10. Which decadent hero lived in West Egg? Jay Gatsby, from Scott Fitzgerald’s The Great Gatsby. West (and East) Egg are fictional settlements of nouveaux riches and old money, based on similar places in Long Island. 
  11. Which seminal moment in Irish history forms the subject matter for Sean O’Casey’s play The Plough and the StarsThe Easter Uprising against the British took place in Dublin in April 1916. 15 Irish nationalists identified as leaders were afterwards executed at Kilmainham Jail. Whether they are described as traitors or heroes depends very much which historical or literary account you read.
  12. 18076Who “came down to breakfast one morning, lifted the first cover he saw, said ‘Eggs! Eggs! Eggs! Damn all eggs!’ in an overwrought sort of voice, and instantly legged it for France, never to return to the bosom of his family?” This was Lord Worplesdon, described in Jeeves Takes Charge by P G  Wodehouse. You could read it, or watch the BBC series where Stephen Fry and Hugh Laurie acted Jeeves and Wooster just spiffingly.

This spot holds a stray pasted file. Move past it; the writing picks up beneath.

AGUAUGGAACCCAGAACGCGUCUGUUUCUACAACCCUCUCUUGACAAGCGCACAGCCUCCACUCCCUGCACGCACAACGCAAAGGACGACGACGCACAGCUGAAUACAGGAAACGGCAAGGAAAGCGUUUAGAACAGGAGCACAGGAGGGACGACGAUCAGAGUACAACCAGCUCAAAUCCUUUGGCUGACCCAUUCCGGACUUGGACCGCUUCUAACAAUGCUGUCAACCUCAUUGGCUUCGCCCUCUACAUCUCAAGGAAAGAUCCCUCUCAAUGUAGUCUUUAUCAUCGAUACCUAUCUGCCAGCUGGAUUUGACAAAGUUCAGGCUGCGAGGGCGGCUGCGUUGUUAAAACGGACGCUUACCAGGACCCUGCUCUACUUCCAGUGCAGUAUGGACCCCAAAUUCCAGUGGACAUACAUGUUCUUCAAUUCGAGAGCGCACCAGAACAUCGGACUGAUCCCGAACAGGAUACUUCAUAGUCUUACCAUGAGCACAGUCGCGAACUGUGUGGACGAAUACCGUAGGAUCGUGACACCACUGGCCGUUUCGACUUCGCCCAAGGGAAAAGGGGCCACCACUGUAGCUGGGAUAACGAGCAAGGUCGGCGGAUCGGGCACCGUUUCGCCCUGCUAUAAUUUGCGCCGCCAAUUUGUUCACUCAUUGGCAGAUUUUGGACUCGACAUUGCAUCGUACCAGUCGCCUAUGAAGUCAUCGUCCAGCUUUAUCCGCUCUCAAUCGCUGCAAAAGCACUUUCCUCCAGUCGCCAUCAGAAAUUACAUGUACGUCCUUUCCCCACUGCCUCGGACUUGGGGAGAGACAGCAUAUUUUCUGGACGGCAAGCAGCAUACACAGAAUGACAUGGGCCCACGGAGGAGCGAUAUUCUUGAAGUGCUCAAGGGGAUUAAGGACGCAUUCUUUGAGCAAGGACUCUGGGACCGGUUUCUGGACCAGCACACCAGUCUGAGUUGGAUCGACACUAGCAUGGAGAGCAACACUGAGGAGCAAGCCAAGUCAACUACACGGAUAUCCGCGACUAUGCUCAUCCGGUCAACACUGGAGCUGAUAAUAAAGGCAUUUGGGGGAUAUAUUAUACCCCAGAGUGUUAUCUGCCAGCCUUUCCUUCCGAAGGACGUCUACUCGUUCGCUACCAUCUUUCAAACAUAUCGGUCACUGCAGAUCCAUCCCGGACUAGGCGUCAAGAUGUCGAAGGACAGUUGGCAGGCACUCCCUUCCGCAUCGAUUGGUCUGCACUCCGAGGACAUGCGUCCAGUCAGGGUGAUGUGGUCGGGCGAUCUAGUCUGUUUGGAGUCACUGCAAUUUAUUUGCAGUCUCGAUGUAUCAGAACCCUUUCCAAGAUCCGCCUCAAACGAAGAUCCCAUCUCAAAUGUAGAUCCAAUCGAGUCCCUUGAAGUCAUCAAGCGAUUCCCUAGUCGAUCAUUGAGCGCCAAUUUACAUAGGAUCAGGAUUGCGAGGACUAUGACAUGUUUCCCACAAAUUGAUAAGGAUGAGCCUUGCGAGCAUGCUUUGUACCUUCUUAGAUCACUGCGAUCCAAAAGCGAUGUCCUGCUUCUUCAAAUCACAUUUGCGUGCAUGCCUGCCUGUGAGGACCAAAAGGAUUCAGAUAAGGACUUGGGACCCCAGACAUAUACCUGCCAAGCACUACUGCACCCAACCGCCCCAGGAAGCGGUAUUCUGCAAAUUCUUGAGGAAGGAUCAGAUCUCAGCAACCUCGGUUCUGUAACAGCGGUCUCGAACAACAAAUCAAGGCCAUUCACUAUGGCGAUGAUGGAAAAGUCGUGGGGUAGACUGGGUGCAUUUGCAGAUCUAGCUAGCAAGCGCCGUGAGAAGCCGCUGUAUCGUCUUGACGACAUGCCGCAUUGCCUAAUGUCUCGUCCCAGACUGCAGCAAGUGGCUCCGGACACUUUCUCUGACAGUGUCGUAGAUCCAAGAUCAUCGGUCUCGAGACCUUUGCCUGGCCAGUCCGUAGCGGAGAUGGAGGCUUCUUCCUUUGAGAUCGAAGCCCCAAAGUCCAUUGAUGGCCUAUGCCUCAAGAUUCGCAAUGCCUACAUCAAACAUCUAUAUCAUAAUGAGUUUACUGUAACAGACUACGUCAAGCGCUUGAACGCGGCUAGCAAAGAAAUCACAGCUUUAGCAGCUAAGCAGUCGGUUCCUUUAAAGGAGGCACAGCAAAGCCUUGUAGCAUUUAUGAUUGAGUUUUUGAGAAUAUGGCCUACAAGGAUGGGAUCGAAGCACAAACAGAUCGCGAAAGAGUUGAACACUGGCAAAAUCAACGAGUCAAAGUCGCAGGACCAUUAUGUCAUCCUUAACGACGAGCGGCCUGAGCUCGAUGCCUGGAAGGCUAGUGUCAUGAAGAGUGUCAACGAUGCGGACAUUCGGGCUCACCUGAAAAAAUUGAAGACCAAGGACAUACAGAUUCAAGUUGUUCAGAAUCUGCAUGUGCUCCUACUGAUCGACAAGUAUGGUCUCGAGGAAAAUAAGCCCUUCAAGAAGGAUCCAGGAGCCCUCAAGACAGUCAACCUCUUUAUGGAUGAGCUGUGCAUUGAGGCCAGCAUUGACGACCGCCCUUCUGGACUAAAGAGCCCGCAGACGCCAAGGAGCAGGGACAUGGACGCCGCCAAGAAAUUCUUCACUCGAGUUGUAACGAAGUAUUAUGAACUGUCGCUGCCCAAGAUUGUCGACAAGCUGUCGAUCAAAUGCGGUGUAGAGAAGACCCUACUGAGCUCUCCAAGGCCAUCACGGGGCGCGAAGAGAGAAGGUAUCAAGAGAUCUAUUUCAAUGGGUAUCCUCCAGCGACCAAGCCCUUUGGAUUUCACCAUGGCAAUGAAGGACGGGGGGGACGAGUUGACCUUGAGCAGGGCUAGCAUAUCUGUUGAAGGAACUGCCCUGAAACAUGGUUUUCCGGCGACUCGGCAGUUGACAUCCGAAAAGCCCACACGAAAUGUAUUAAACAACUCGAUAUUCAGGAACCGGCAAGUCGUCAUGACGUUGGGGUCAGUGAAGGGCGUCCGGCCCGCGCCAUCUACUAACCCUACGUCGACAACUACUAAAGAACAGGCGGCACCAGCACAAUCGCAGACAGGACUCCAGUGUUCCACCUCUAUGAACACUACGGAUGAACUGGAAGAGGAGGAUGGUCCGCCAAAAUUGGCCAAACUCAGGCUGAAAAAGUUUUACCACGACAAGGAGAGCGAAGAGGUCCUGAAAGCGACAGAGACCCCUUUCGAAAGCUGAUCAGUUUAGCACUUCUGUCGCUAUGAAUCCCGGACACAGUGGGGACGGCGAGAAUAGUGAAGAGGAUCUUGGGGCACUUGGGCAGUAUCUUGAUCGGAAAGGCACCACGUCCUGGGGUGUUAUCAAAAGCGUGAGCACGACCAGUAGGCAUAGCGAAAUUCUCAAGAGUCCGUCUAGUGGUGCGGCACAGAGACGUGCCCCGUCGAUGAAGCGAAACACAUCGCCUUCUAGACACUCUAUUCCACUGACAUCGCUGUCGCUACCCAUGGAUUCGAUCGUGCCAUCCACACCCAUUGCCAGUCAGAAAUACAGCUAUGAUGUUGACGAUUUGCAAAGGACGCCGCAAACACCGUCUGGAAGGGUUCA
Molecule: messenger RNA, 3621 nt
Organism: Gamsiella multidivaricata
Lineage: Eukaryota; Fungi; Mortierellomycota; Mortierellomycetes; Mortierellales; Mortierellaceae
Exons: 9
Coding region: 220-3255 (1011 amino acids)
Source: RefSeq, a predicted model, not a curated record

13. In which novel by Agatha Christie is there a character called Egg? Hermione Lytton Gore is nicknamed and always referred to as “Egg” in Three Act Tragedy, a Christie novel of 1934. There’s always another Christie novel you haven’t read…
  14. 4025Who liked “a speckled brown egg from a French Marans hen, boiled for exactly three and a third minutes” for breakfast? This is James Bond, described in From Russia with Love. My source was another Guardian article, on breakfasts in literature
  15. Which very sad black comedy originally starred Albert Finney and has been revived since with Clive Owen, Eddie Izzard and Miriam Margolyes among others in its cast? The original play was A Day in the Death of Joe Egg, by Peter Nichols in 1967, about the daily routines of parents with a very severely disabled daughter.